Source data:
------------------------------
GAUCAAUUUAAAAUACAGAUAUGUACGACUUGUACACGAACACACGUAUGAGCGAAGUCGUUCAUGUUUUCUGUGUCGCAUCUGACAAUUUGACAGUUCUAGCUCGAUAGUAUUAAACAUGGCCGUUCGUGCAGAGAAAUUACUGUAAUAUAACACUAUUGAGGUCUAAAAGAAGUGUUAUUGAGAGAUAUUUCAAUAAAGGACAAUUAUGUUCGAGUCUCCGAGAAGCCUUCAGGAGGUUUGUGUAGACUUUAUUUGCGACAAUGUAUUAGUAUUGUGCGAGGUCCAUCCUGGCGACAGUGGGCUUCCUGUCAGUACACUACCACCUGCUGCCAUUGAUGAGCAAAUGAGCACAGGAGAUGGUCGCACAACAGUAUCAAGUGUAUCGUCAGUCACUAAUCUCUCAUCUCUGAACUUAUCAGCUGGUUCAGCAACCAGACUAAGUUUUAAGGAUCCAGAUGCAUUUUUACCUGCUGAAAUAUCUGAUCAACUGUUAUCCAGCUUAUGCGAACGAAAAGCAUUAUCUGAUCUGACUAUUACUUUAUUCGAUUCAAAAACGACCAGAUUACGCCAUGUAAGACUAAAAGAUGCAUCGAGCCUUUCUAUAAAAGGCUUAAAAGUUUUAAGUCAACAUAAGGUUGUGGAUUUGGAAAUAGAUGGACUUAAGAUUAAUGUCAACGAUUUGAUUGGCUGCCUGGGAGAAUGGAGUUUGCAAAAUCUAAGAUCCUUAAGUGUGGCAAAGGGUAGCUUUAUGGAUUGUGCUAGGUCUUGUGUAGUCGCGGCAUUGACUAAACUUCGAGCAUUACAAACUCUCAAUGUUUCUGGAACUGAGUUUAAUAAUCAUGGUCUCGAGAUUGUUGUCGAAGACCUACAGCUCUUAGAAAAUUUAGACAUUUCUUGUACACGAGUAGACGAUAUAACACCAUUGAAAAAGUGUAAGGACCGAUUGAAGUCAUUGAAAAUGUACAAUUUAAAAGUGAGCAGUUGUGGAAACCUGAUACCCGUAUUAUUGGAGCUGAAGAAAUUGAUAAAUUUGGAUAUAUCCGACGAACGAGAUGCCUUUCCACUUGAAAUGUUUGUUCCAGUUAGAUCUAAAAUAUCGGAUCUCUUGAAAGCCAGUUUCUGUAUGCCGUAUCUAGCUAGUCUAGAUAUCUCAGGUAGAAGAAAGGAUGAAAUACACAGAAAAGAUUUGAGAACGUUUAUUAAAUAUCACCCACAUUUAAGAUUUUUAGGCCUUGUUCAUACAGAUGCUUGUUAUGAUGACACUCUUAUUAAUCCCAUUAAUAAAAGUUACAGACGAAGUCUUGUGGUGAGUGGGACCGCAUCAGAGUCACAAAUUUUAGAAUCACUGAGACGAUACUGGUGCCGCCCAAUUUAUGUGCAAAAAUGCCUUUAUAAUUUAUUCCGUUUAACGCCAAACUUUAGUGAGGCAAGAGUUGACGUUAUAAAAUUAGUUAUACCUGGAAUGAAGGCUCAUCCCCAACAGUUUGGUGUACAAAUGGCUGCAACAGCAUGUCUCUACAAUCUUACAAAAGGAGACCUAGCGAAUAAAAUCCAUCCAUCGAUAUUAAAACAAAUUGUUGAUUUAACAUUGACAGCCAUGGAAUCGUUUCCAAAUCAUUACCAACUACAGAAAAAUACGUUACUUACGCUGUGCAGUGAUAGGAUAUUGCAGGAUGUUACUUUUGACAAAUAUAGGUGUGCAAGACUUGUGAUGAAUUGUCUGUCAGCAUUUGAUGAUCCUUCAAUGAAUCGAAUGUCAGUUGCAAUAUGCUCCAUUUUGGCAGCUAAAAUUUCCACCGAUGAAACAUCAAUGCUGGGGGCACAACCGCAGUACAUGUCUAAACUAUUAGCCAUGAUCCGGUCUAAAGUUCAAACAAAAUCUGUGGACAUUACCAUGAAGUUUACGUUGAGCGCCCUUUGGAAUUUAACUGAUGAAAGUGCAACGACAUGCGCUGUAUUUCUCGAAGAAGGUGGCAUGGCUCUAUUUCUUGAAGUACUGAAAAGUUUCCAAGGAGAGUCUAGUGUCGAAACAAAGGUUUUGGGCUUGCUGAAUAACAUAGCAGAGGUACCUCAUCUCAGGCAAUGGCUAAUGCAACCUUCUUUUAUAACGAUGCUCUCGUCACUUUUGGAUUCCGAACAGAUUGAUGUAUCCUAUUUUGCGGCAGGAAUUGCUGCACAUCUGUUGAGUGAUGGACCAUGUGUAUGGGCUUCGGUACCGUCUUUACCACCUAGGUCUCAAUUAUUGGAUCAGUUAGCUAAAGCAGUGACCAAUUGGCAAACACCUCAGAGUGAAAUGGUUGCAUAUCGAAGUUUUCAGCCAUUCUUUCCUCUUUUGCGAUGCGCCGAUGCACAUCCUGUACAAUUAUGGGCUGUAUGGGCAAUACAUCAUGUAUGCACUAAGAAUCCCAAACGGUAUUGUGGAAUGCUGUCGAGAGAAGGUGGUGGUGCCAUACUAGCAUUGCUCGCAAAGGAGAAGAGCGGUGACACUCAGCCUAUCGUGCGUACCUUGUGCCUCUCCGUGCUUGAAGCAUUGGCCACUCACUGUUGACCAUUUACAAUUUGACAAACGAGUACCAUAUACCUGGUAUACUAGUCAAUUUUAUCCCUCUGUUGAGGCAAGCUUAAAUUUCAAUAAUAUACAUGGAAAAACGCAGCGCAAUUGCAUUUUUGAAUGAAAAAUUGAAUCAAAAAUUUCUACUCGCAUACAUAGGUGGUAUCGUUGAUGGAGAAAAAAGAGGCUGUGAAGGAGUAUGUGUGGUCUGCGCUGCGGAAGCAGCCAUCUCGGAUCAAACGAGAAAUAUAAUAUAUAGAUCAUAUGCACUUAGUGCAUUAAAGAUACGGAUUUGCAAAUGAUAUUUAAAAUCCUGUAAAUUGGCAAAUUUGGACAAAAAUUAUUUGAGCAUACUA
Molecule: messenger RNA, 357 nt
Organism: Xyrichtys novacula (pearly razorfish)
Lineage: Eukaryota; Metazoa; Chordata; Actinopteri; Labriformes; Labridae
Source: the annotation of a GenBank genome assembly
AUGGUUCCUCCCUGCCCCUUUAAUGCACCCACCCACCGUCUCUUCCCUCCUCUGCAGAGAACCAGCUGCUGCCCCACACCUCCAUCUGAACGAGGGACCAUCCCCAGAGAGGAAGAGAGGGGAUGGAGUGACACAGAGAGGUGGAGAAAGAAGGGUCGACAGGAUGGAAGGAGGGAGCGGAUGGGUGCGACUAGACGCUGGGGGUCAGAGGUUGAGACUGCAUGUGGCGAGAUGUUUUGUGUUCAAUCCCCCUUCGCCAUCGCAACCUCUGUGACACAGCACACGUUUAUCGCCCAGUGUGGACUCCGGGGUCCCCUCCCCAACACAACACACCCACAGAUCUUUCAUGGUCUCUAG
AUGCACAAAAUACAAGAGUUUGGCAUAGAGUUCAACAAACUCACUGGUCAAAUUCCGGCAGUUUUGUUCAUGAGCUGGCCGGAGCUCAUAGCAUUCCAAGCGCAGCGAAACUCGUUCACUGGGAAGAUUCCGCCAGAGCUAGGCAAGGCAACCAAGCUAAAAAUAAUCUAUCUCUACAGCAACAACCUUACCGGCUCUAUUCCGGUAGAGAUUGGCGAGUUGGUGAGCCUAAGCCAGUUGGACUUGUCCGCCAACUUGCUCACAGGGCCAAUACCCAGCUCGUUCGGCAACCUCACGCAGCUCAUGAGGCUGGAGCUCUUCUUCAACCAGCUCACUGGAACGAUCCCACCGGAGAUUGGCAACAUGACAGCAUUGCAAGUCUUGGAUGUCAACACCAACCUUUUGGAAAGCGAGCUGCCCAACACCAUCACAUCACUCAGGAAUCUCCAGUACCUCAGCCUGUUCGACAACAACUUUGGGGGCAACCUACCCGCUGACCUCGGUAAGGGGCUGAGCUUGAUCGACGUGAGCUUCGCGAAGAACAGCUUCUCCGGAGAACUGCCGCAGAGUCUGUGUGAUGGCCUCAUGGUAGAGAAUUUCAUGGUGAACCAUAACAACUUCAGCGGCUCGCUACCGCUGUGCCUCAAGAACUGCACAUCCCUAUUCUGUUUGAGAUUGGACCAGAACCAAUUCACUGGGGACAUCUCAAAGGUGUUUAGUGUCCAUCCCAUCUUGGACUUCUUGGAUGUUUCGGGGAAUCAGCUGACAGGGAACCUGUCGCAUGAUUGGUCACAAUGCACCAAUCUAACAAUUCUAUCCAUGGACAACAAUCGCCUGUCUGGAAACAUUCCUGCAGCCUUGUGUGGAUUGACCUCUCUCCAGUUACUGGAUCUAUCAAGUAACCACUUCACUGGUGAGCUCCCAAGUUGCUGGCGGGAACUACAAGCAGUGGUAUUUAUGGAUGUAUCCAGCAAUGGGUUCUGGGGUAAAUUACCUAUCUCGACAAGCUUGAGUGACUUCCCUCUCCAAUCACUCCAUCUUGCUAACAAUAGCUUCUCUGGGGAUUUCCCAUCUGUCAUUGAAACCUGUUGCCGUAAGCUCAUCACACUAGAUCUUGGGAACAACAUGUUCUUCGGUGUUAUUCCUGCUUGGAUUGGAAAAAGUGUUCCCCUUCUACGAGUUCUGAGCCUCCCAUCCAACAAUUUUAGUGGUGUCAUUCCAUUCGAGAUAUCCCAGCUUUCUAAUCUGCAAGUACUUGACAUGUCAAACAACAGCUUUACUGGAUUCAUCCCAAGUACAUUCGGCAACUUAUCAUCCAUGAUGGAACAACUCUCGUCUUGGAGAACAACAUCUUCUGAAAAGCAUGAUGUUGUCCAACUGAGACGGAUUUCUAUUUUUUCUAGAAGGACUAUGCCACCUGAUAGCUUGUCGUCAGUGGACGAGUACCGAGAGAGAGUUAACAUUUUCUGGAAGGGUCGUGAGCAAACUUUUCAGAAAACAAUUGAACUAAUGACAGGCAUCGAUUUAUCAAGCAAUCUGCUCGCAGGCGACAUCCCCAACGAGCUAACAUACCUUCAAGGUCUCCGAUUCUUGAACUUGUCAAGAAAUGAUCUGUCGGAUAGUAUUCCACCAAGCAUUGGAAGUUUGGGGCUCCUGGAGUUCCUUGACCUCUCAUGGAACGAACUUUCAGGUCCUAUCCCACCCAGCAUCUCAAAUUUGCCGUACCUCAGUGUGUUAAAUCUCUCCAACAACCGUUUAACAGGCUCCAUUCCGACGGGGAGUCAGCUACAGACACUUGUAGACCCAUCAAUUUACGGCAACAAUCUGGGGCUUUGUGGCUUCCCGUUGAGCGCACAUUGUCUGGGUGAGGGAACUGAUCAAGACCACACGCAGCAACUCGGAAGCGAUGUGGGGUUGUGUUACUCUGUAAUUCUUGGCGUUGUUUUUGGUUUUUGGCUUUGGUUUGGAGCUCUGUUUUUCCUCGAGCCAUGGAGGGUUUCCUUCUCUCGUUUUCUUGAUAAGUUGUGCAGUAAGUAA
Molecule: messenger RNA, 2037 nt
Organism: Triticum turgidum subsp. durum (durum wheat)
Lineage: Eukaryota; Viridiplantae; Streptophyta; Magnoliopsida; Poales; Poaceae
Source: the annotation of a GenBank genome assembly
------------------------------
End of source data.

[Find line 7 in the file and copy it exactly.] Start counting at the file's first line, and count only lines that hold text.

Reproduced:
AUGCACAAAAUACAAGAGUUUGGCAUAGAGUUCAACAAACUCACUGGUCAAAUUCCGGCAGUUUUGUUCAUGAGCUGGCCGGAGCUCAUAGCAUUCCAAGCGCAGCGAAACUCGUUCACUGGGAAGAUUCCGCCAGAGCUAGGCAAGGCAACCAAGCUAAAAAUAAUCUAUCUCUACAGCAACAACCUUACCGGCUCUAUUCCGGUAGAGAUUGGCGAGUUGGUGAGCCUAAGCCAGUUGGACUUGUCCGCCAACUUGCUCACAGGGCCAAUACCCAGCUCGUUCGGCAACCUCACGCAGCUCAUGAGGCUGGAGCUCUUCUUCAACCAGCUCACUGGAACGAUCCCACCGGAGAUUGGCAACAUGACAGCAUUGCAAGUCUUGGAUGUCAACACCAACCUUUUGGAAAGCGAGCUGCCCAACACCAUCACAUCACUCAGGAAUCUCCAGUACCUCAGCCUGUUCGACAACAACUUUGGGGGCAACCUACCCGCUGACCUCGGUAAGGGGCUGAGCUUGAUCGACGUGAGCUUCGCGAAGAACAGCUUCUCCGGAGAACUGCCGCAGAGUCUGUGUGAUGGCCUCAUGGUAGAGAAUUUCAUGGUGAACCAUAACAACUUCAGCGGCUCGCUACCGCUGUGCCUCAAGAACUGCACAUCCCUAUUCUGUUUGAGAUUGGACCAGAACCAAUUCACUGGGGACAUCUCAAAGGUGUUUAGUGUCCAUCCCAUCUUGGACUUCUUGGAUGUUUCGGGGAAUCAGCUGACAGGGAACCUGUCGCAUGAUUGGUCACAAUGCACCAAUCUAACAAUUCUAUCCAUGGACAACAAUCGCCUGUCUGGAAACAUUCCUGCAGCCUUGUGUGGAUUGACCUCUCUCCAGUUACUGGAUCUAUCAAGUAACCACUUCACUGGUGAGCUCCCAAGUUGCUGGCGGGAACUACAAGCAGUGGUAUUUAUGGAUGUAUCCAGCAAUGGGUUCUGGGGUAAAUUACCUAUCUCGACAAGCUUGAGUGACUUCCCUCUCCAAUCACUCCAUCUUGCUAACAAUAGCUUCUCUGGGGAUUUCCCAUCUGUCAUUGAAACCUGUUGCCGUAAGCUCAUCACACUAGAUCUUGGGAACAACAUGUUCUUCGGUGUUAUUCCUGCUUGGAUUGGAAAAAGUGUUCCCCUUCUACGAGUUCUGAGCCUCCCAUCCAACAAUUUUAGUGGUGUCAUUCCAUUCGAGAUAUCCCAGCUUUCUAAUCUGCAAGUACUUGACAUGUCAAACAACAGCUUUACUGGAUUCAUCCCAAGUACAUUCGGCAACUUAUCAUCCAUGAUGGAACAACUCUCGUCUUGGAGAACAACAUCUUCUGAAAAGCAUGAUGUUGUCCAACUGAGACGGAUUUCUAUUUUUUCUAGAAGGACUAUGCCACCUGAUAGCUUGUCGUCAGUGGACGAGUACCGAGAGAGAGUUAACAUUUUCUGGAAGGGUCGUGAGCAAACUUUUCAGAAAACAAUUGAACUAAUGACAGGCAUCGAUUUAUCAAGCAAUCUGCUCGCAGGCGACAUCCCCAACGAGCUAACAUACCUUCAAGGUCUCCGAUUCUUGAACUUGUCAAGAAAUGAUCUGUCGGAUAGUAUUCCACCAAGCAUUGGAAGUUUGGGGCUCCUGGAGUUCCUUGACCUCUCAUGGAACGAACUUUCAGGUCCUAUCCCACCCAGCAUCUCAAAUUUGCCGUACCUCAGUGUGUUAAAUCUCUCCAACAACCGUUUAACAGGCUCCAUUCCGACGGGGAGUCAGCUACAGACACUUGUAGACCCAUCAAUUUACGGCAACAAUCUGGGGCUUUGUGGCUUCCCGUUGAGCGCACAUUGUCUGGGUGAGGGAACUGAUCAAGACCACACGCAGCAACUCGGAAGCGAUGUGGGGUUGUGUUACUCUGUAAUUCUUGGCGUUGUUUUUGGUUUUUGGCUUUGGUUUGGAGCUCUGUUUUUCCUCGAGCCAUGGAGGGUUUCCUUCUCUCGUUUUCUUGAUAAGUUGUGCAGUAAGUAA